In the Halls of the
Games that have strong educational content or have been used
successfully in classrooms.
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Our trifold brochure with overviews of the educational content of our most popular games.
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|The Teacher's Lounge
June '07 - Chrononauts: History in the
||Have you ever heard: "Why do we need to know this?"
||How to get the kids of today interested in yesterday - and talking about tomorrow: Teach with Chrononauts - time travel in a box.
Dull, boring facts. Dates to memorize and forget once a test is over. Names that are only names, not real people. That's what most kids think, right?
There isn't a teacher among us who hasn't heard a variant on that theme, no matter what our subject area. "Why do I have to learn this?" "When will I ever use it in real life?" "Can't you make it not so boring?!?"
Kurt Vonnegut said, "History is merely a list of surprises. It can only prepare us to be surprised yet again." It is vital that the future citizens who are currently in our schools graduate with a fair understanding of the world they'll soon be leading. The only meaningful way be prepared for the surprises in store for us is to understand the surprises we've already had. So, how do we catch kids' attentions and make history interesting enough that they want to learn it?
Research shows that games catch kids' attention - and a good game can teach without being boring. Case in point: Chrononauts. Packed with facts and dates and people, Chrononauts is a solid teaching tool - yet it's so fun, your students won't realize they're learning.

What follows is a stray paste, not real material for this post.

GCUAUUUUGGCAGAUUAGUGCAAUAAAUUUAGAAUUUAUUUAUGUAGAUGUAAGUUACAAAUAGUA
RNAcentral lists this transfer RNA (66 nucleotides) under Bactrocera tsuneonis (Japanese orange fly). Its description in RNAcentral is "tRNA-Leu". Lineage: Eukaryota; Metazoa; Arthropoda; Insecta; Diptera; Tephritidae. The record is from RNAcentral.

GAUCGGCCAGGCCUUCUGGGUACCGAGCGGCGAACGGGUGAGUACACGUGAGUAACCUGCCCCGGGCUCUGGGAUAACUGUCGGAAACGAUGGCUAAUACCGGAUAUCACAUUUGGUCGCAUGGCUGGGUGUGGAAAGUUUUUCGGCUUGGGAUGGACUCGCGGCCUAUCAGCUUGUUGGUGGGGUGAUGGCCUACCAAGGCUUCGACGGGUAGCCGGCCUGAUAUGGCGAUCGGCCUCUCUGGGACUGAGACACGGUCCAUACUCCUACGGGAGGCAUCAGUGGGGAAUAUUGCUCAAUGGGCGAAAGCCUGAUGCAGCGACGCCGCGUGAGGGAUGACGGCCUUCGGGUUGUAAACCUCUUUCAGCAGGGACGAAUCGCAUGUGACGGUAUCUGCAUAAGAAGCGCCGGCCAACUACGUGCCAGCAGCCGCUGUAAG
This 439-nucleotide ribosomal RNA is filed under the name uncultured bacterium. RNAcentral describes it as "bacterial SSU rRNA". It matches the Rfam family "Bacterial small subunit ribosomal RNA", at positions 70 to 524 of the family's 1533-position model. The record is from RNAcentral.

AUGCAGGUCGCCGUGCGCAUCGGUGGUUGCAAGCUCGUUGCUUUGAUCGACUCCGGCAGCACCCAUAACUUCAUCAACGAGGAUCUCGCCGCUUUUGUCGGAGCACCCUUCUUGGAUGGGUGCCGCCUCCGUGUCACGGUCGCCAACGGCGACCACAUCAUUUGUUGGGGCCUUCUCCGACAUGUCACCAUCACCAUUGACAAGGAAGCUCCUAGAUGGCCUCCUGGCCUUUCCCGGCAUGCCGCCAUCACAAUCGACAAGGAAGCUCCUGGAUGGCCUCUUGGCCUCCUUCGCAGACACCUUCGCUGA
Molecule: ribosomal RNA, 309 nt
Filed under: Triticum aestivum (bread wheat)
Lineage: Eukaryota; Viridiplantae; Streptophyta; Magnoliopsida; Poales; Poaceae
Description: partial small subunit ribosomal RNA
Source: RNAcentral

Chrononauts was the first Looney Labs game that found its way into classrooms. Teachers used it as a pre-unit motivator or a discussion sparker - and kids found they could learn about history for fun.
"What if you had a time machine? What would you do?" These two simple questions can be the basis of hundreds of lessons, discussions, projects and story seeds, engaging students to actively participate in history.
Would you kill Hitler? Would you save Lincoln? Would you try to stop Sputnik? Would you start World War 3? And then the most important question - what would happen next?
Etienne Gilson said "History is the only laboratory we have in which to test the consequences of thought." If history truly is a laboratory, then how do we create hands-on learning opportunities for our students? Playing Chrononauts in the classroom is a real way to model cause and effect, what-if's and all the other bits of history in a safe, fun environment.
Our students need to become citizens who understand that their thoughts and actions have consequences - that cause and effect are real. Lesson plans like the one found here that use Chrononauts can be an integral part of that learning proccess.